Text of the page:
Lateral particle diffusion is a key component of transport in many settings and a better understanding of the observable kinematics and underlying mechanics is needed to fully describe sediment transport. Transverse spreading, though neglected in hillslope literature, has been described in a few fluvial bed load transport projects, but analysis is largely limited to kinematic interpretation

Consider an idealized cliff that supplies particles as a line source to a hillslope with transverse variations in elevation reminiscent of swales or gullies formed by transverse variations in particles delivery rates or perhaps formed by channelized flow (Fig.

Particle shape plays a dominant role in how energy is partitioned during impact with a surface. Relative to spherical and natural rounded particles, angular particles give greater variability in rebound behavior.

The effects of particle shape on energy conversion are especially pronounced when considering multiple collision events during downslope travel. Angular particles travel shorter distances than rounded particles for the same surface slope although downslope travel distance data for both angularity groups are well fit by generalized Pareto distributions.

Consecutive particle–surface collisions during downslope travel lead to transverse particle diffusion, the magnitude of which depends on particle shape and surface slope. Transverse particle diffusion during downslope motion may contribute to a cross-slope particle flux and likely contributes to topographic smoothing of irregular hillslope surfaces.

This random-walk behavior represents a top-down control on the randomization of particle trajectories due to particle shape, which is in contrast to a bottom-up control on randomization of particle trajectories associated with surface topography. Surface roughness is not the only factor that influences downslope and transverse travel distances, at least in rarefied systems.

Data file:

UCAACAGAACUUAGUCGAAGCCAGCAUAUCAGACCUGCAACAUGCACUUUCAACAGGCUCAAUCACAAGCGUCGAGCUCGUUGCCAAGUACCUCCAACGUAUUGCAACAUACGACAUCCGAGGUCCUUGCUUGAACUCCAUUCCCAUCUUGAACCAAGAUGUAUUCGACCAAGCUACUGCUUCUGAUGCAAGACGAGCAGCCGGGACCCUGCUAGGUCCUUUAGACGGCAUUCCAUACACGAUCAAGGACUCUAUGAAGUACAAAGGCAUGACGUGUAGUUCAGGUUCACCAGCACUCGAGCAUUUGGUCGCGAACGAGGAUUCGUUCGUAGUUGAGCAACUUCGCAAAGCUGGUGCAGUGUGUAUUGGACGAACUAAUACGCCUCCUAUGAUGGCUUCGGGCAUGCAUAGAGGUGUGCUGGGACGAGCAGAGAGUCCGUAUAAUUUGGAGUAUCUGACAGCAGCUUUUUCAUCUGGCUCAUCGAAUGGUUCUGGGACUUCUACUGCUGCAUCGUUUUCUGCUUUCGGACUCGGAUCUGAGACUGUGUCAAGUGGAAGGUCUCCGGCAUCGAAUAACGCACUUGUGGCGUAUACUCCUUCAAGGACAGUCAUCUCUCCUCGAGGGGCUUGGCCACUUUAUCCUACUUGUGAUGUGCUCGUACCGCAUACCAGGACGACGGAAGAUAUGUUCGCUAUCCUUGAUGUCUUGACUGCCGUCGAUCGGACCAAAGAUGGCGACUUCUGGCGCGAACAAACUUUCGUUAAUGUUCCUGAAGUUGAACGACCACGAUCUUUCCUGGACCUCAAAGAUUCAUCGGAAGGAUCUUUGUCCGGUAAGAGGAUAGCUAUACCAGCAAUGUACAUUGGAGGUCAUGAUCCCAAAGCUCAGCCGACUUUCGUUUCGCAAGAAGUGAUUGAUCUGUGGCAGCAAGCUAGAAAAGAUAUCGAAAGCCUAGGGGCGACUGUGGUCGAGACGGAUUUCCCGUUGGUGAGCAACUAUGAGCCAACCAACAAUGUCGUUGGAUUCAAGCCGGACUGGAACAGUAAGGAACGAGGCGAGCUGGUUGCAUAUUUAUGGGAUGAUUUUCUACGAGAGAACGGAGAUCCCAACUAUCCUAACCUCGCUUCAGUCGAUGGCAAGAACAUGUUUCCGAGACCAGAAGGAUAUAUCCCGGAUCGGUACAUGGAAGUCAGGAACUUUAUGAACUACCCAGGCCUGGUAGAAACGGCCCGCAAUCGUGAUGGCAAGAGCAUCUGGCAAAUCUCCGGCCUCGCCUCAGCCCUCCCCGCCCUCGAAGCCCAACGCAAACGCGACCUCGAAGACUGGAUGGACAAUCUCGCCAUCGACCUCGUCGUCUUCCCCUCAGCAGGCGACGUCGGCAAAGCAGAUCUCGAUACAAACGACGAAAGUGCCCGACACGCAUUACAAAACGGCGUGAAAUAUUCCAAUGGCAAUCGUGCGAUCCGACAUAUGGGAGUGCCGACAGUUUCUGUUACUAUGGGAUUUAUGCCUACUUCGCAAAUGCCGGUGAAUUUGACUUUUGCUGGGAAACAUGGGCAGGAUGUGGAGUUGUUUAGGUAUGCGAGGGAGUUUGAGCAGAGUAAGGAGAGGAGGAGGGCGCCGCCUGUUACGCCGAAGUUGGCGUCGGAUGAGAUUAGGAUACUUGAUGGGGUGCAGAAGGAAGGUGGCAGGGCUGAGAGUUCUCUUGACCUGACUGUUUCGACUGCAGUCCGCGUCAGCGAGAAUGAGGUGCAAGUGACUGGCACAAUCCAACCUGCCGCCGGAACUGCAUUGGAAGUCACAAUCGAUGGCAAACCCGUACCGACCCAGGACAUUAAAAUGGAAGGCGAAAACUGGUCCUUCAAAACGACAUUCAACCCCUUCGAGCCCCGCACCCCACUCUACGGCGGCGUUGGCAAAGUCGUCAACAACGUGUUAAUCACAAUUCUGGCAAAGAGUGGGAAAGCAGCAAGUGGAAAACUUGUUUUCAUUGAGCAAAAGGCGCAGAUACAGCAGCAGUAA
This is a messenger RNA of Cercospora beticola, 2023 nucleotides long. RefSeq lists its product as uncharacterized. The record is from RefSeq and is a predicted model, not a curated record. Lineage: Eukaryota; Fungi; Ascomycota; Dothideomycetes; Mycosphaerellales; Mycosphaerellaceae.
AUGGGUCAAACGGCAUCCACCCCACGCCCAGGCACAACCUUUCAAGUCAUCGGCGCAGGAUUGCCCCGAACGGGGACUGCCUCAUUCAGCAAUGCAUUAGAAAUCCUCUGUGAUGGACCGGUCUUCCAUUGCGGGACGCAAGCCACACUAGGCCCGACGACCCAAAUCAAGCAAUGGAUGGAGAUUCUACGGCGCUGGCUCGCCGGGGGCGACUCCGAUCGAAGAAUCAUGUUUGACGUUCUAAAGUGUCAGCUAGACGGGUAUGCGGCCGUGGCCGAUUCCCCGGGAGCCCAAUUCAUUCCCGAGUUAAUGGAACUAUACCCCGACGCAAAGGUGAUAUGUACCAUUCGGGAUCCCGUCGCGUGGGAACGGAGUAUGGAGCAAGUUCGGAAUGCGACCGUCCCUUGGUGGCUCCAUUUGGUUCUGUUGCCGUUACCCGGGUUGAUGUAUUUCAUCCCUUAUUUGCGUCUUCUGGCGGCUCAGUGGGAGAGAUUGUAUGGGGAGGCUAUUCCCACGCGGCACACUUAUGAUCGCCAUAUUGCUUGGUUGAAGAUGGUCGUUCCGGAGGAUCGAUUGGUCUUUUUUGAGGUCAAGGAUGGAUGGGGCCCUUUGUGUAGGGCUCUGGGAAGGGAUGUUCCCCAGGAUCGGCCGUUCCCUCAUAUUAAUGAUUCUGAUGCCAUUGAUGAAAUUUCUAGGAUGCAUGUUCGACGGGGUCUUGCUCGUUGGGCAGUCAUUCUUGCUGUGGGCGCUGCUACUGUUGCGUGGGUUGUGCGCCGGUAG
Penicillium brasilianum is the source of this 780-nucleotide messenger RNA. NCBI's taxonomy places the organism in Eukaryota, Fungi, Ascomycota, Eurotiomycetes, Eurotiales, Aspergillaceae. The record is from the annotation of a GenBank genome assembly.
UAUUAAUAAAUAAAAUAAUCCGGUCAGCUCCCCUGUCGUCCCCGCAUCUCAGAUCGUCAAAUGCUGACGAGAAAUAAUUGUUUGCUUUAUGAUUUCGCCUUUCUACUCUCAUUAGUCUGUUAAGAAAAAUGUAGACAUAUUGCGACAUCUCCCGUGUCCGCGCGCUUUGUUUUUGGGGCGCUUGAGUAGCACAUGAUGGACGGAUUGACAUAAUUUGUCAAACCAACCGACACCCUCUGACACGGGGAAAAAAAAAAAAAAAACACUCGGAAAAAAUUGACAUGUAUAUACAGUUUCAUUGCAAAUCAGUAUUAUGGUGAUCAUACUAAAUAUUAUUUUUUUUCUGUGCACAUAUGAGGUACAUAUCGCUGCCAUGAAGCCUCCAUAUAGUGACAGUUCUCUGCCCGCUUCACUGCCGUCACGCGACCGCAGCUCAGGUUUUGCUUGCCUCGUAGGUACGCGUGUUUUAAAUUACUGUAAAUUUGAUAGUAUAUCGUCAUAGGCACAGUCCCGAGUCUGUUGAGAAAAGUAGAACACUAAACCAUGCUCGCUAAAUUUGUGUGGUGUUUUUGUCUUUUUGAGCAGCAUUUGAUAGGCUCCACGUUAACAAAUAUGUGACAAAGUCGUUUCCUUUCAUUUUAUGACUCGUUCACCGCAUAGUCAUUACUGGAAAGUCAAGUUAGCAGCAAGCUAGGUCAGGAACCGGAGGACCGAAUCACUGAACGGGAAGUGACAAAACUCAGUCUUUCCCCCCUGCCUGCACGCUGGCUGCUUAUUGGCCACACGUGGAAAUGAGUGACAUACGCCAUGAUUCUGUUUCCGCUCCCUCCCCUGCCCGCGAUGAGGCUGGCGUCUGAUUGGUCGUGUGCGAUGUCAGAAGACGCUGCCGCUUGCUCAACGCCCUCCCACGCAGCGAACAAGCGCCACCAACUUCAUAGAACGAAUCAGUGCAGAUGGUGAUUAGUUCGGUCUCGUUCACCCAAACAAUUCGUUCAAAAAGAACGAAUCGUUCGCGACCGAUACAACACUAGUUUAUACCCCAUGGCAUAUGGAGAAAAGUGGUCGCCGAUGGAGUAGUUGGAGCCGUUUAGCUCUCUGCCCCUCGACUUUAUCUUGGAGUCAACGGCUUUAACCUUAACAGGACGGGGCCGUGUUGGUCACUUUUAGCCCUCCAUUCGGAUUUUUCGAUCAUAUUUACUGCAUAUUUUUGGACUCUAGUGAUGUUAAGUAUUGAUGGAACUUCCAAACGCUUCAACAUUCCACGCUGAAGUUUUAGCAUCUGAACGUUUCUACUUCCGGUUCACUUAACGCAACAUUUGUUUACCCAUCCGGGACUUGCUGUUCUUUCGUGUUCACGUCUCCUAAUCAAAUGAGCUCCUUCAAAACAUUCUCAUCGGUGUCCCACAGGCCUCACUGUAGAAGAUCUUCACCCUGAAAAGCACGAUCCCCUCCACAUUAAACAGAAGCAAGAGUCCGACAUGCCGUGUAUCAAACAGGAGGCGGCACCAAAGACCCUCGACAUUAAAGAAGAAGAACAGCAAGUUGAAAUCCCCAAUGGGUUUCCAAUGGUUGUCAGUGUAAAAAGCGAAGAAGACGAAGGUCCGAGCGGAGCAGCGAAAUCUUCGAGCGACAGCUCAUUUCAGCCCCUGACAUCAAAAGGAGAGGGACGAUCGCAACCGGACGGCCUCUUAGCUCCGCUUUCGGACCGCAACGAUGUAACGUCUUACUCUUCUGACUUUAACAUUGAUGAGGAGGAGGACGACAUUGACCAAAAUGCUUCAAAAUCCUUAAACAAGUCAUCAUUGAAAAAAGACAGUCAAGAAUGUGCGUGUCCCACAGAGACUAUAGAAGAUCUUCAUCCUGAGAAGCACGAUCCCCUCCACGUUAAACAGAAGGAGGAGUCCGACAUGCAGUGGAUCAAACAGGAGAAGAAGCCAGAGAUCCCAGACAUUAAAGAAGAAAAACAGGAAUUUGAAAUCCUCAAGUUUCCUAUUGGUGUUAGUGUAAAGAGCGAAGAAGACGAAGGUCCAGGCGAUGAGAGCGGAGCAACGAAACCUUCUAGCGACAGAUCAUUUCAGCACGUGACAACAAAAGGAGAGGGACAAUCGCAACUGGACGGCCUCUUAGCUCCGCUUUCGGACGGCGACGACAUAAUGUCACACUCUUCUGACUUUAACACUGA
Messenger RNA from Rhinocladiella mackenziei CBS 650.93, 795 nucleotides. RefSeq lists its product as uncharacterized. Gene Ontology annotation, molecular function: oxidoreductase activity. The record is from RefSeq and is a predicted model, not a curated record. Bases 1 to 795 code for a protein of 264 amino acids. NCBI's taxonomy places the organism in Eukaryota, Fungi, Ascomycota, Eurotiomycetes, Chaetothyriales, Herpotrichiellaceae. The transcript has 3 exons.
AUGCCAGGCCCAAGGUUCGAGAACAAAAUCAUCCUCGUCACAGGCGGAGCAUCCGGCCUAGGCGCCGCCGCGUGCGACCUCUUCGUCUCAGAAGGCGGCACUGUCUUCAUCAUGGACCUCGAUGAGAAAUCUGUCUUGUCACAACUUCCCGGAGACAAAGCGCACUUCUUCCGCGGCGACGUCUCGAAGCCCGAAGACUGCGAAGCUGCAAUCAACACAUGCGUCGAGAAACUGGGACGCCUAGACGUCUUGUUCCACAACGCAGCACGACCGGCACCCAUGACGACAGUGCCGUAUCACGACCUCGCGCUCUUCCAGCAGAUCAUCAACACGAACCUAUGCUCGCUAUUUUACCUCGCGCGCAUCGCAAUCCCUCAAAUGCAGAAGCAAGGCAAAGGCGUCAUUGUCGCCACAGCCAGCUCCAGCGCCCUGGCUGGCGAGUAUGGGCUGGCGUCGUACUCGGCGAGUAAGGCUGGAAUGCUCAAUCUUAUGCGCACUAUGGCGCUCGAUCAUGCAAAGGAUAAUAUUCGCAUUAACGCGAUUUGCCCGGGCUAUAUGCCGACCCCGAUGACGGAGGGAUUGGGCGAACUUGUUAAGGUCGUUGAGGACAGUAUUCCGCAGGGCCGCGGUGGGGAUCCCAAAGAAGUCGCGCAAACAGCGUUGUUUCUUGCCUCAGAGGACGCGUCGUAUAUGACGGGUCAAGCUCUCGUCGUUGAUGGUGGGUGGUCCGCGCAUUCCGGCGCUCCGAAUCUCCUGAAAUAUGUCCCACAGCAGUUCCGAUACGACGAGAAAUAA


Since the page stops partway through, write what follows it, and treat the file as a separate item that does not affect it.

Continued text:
For completeness with reference to future work, here we provide the two-dimensional versions of the entrainment forms of the particle flux and the Exner equation. The latter has been described previously in relation to bed load transport

Let

Consider the position

The probability that a particle beginning motion at

The next task is to integrate over all possible starting positions

The formulation shows that in order to calculate the downslope flux through an interval

In turn, let us consider the local elevation of a surface denoted as

Data, including video and audio files, are archived and readily accessible via the Vanderbilt University Institutional
Repository (

The reported work represents an intellectual co-conspiracy between the authors. SGWW led the experiments and wrote the paper with critical review and input from DJF.

The authors declare that they have no conflict of interest.

Publisher’s note: Copernicus Publications remains neutral with regard to jurisdictional claims in published maps and institutional affiliations.

We greatly appreciate Brandt Gibson for helping us set up the experimental slope. We thank Rachel Glade for her preliminary thoughts on lateral motion and Kristen Fauria and Shawn Chartrand for their comments during editing.

This research has been supported by the National Science Foundation (grant nos. EAR-1420831 and EAR-1735992).

This paper was edited by Eric Lajeunesse and reviewed by Irene Ippolito and one anonymous referee.